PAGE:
Fiona Apple accused Prince George’s County, Maryland officials of cutting off Zoom access to court watchers after several (including herself) filed affidavits in support of a lawsuit brought against the county’s allegedly unlawful pretrial services process.
Apple has served as a court watcher for the past couple of years, working closely with the Maryland-based group Courtwatchers PG to observe proceedings and hold judges, cops, and prosecutors accountable (a job made much easier thanks to the proliferation of Zoom hearings during the pandemic). The observations Apple and her colleagues made were part of the lawsuit filed by nine plaintiffs in July alleging that judges in Prince George’s County often unlawfully passed off cases to a pretrial services division that determined whether a person would remain incarcerated as they awaited trial.
Apple explained the system — as well as the alleged retaliation — in a series of videos shared Monday, Oct. 24, by the civil rights attorney, Scott Hechinger. She started with a bit of a civics lesson, explaining that, under most circumstances (though certainly not all), those arrested typically get to see a judge the following day for a bond review. During that hearing, the accused’s lawyer will explain why their client should be released. Considering the accused hasn’t been found guilty of anything yet, and should enjoy the presumption of innocence, Apple explained that there are only two reasons to keep a person incarcerated as they await trial: There’s clear evidence they’re a danger to the community or a flight risk.
But in Prince George’s County, pretrial services present a third way. As Apple explained, if a judge determines someone isn’t a danger or flight risk but may require some kind of supervised release, they’ll shuffle the person over to the Office of Pretrial Services. Whether that person actually gets released, however, is another question entirely — even if a judge has technically ordered it.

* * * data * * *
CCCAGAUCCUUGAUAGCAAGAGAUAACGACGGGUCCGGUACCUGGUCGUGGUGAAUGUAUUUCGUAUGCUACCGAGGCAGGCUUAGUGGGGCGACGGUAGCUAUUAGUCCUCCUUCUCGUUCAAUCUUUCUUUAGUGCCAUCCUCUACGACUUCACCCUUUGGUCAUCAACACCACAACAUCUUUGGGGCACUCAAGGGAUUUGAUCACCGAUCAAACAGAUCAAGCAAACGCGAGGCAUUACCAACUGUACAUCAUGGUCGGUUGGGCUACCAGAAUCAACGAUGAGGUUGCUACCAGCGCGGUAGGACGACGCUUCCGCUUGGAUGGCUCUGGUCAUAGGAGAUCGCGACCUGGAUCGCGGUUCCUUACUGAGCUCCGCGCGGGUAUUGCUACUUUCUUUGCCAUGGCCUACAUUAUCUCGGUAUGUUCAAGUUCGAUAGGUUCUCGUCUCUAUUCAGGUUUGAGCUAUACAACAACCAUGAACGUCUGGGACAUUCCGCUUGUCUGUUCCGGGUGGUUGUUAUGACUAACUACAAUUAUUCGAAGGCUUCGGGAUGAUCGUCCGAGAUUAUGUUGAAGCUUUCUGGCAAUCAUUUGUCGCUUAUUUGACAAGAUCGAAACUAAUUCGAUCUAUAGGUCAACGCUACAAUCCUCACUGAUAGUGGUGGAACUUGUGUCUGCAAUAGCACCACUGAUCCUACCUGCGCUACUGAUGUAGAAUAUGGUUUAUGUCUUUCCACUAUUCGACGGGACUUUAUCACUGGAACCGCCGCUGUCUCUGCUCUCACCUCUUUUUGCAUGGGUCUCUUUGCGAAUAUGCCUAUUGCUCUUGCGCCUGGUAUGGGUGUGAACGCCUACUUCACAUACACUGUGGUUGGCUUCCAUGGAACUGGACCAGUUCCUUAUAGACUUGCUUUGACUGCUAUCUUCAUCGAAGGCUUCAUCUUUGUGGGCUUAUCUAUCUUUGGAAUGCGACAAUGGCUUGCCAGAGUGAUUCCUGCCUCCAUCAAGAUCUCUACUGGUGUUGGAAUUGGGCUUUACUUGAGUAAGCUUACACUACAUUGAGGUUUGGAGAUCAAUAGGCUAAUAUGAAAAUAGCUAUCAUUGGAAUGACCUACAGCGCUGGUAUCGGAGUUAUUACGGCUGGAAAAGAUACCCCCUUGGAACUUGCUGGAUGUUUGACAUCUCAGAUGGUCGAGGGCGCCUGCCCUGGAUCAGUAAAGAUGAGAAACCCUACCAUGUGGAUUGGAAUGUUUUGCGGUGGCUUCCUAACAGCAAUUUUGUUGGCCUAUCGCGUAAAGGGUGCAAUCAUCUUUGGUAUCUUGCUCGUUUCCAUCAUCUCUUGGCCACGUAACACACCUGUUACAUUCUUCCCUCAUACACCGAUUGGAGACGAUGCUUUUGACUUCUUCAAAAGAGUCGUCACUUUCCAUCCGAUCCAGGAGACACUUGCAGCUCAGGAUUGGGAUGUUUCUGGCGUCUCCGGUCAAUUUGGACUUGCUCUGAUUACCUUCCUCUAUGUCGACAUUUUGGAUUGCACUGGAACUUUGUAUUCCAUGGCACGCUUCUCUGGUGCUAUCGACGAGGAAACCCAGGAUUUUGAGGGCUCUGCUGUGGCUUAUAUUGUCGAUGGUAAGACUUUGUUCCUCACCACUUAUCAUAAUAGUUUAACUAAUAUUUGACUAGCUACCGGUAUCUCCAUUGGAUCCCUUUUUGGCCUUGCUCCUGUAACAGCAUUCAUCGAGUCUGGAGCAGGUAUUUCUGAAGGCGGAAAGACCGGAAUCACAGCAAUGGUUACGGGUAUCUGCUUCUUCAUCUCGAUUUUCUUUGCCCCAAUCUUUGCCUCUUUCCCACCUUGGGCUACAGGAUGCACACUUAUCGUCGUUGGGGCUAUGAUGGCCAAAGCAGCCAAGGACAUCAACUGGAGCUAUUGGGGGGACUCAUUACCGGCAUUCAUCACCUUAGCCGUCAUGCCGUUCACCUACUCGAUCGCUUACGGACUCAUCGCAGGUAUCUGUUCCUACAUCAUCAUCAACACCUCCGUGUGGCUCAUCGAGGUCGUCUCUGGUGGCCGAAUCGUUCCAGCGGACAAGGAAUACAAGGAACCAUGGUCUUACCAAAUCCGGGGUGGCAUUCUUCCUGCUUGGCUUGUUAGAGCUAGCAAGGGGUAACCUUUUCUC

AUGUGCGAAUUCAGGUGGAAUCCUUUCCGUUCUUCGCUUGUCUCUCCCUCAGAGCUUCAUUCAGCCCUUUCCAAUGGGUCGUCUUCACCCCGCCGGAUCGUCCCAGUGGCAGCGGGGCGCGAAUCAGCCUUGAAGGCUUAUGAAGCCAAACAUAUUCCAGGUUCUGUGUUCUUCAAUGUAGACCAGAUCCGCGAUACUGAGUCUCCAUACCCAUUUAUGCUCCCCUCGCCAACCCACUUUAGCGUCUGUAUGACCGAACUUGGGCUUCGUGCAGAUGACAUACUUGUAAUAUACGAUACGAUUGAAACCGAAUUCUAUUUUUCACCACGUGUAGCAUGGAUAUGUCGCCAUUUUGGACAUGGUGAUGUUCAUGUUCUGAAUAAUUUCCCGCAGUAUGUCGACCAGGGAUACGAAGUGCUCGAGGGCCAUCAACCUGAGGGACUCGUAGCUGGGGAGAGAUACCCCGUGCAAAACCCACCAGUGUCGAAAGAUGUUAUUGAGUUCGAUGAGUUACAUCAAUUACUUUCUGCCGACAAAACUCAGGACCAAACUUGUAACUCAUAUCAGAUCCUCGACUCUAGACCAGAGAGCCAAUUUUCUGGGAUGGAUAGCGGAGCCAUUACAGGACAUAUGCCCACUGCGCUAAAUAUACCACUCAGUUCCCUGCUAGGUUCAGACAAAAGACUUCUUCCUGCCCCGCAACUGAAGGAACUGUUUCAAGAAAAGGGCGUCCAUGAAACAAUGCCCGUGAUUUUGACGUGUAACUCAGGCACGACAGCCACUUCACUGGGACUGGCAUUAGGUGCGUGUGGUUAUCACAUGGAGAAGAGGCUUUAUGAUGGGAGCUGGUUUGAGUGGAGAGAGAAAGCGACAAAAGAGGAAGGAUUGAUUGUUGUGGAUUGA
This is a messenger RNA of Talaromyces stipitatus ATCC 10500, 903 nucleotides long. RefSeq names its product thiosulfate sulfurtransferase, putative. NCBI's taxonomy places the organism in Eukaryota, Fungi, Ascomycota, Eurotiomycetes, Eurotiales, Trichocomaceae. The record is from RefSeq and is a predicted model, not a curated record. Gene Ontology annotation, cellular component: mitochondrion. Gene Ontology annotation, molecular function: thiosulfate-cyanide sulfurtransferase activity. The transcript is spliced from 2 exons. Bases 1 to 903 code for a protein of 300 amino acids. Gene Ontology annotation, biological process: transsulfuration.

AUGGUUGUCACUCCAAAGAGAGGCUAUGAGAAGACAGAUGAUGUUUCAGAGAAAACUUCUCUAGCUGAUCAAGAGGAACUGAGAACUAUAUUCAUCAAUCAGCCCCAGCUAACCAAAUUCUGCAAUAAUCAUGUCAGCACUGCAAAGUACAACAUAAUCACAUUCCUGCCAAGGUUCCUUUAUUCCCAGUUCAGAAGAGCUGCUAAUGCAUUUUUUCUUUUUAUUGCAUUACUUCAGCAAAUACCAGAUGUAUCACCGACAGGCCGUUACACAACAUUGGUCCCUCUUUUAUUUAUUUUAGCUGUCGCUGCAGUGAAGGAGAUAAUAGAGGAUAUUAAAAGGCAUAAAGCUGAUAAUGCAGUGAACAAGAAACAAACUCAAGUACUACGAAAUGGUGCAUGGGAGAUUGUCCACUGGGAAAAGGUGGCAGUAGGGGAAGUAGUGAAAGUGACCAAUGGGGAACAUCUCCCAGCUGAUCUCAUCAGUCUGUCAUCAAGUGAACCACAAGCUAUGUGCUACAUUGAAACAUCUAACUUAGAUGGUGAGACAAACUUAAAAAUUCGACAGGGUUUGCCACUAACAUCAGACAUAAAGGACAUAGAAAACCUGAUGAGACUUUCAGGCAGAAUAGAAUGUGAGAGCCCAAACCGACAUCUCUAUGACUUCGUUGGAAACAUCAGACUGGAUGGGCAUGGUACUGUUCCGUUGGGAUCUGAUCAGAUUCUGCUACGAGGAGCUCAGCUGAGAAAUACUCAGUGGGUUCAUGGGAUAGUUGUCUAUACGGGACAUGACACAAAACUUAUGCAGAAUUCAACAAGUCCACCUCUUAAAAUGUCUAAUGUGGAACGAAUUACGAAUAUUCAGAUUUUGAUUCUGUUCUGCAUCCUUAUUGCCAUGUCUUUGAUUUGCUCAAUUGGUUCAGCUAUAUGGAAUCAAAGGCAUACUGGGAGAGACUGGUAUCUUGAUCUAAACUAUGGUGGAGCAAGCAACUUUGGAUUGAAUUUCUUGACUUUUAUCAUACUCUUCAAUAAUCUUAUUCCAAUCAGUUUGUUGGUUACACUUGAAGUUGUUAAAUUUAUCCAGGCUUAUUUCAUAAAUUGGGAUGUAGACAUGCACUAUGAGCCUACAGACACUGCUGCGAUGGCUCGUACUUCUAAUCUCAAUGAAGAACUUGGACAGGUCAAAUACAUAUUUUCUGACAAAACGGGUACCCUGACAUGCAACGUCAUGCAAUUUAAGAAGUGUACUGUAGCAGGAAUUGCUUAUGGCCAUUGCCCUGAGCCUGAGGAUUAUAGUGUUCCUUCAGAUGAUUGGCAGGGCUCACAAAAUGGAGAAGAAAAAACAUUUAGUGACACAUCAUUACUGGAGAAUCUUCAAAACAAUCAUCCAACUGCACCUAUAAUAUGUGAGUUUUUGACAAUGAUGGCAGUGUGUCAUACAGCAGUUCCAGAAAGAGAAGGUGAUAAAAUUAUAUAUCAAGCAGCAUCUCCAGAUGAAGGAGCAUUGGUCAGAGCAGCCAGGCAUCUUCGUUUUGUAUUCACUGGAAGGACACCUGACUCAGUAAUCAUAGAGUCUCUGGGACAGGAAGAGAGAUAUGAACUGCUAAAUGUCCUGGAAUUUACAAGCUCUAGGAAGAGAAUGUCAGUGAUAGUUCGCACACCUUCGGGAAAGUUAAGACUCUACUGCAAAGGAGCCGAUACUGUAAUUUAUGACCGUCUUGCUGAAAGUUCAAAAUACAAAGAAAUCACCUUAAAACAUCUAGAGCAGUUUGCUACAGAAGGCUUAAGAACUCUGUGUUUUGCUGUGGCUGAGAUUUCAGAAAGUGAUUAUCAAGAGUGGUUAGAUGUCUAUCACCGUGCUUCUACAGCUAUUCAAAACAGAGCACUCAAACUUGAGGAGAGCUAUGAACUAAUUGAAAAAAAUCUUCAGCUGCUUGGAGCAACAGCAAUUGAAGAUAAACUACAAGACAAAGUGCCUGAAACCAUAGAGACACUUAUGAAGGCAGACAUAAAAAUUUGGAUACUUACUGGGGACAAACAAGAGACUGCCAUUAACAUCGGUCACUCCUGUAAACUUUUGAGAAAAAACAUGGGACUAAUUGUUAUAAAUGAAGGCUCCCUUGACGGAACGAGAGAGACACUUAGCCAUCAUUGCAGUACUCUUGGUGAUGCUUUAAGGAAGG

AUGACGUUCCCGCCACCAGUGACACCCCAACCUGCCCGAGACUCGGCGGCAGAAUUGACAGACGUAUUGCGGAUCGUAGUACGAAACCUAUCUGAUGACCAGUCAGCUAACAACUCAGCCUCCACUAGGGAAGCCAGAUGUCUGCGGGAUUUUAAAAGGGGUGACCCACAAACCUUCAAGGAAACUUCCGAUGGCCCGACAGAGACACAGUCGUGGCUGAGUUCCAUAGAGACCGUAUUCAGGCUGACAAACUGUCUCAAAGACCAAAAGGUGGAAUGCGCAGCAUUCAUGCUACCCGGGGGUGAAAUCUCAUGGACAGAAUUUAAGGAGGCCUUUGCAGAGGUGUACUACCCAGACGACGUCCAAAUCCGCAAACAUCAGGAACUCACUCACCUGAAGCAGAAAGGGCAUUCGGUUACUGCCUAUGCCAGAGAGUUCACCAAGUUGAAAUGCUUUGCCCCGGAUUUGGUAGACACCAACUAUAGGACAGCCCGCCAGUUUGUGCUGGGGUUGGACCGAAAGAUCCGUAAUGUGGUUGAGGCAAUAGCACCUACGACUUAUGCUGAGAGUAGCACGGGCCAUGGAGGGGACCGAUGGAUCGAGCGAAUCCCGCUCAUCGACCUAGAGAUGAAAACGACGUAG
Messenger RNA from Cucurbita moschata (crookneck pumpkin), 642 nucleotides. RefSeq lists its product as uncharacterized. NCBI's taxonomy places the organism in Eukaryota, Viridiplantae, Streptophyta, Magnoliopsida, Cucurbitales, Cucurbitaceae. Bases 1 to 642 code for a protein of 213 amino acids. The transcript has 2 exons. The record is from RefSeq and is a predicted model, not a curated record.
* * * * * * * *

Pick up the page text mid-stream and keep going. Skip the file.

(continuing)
“Who can go above a judge? Pretrial Services,” an exasperated Apple claimed. “Who is Pretrial Services? Fuck if I know! Because they have no transparency, and you know what else? They’re backed up… and yet every time somebody says they’re backed up, that there’s a four-week wait to be released, they’ll speak up and lie and say there’s no delay!”
The consequences of pretrial detention can be severe and traumatizing, Apple continued. It takes people away from their children or other family members that depend on them and can cost people their jobs. “Guess what happens then?” she said. “You can’t afford your rent, you lose your place, and then you become unhoused, and then next time you have a court date, you don’t get the notice, and then they tell you your failure to appear means you’re a flight risk, and they keep you in jail again every time you touch this system. It sticks to you!”
Going back to the lawsuit, Apple said she was one of several court watchers to file affidavits in support of the plaintiffs. “We just said what we saw… and what do you think happened when that lawsuit dropped? They took our fucking Zoom access away.”
Representatives for Prince George’s County did not immediately return Rolling Stone‘s request for comment.
Apple acknowledged court watchers still have access to audio, but only the judge has a microphone, leading to muffled, indecipherable audio (Apple compared it to the way the adults talk in the Charlie Brown cartoons). She also claimed court watchers are unable to use a phone number provided by the court to call in if they see something questionable.
“How are we supposed to have our constitutional right to observe these courts, or to help these people, if we can’t hear?” Apple said. “And why did they take away this access right after this lawsuit was dropped? It really seems like they’re retaliating against us. And if they’re retaliating against us, I mean, man, what stupid asshole babies, huh?”
Apple said losing access prevents court watchers from being the necessary “squeaky wheel.” Unable to hear what’s going on, they can’t help identify potential issues, such as whether a person is in distress or might have special medical requirements (like a person with asthma who’s had their inhaler taken away). Additionally, court watchers are now unable to identify the public defenders, making contact extremely difficult.
Apple said she wanted to make the videos to raise awareness for a serious issue that some people, it seems, would clearly like kept in the dark. “You think about all those people in there, there are thousands of people in there. Having their lives upended, having their whole families and communities… ripple effect. Because pretrial is not on their shit, because the loved one can’t afford to get out, because they got forgotten. Any time you’re experiencing any discomfort, just imagine what that would be like.”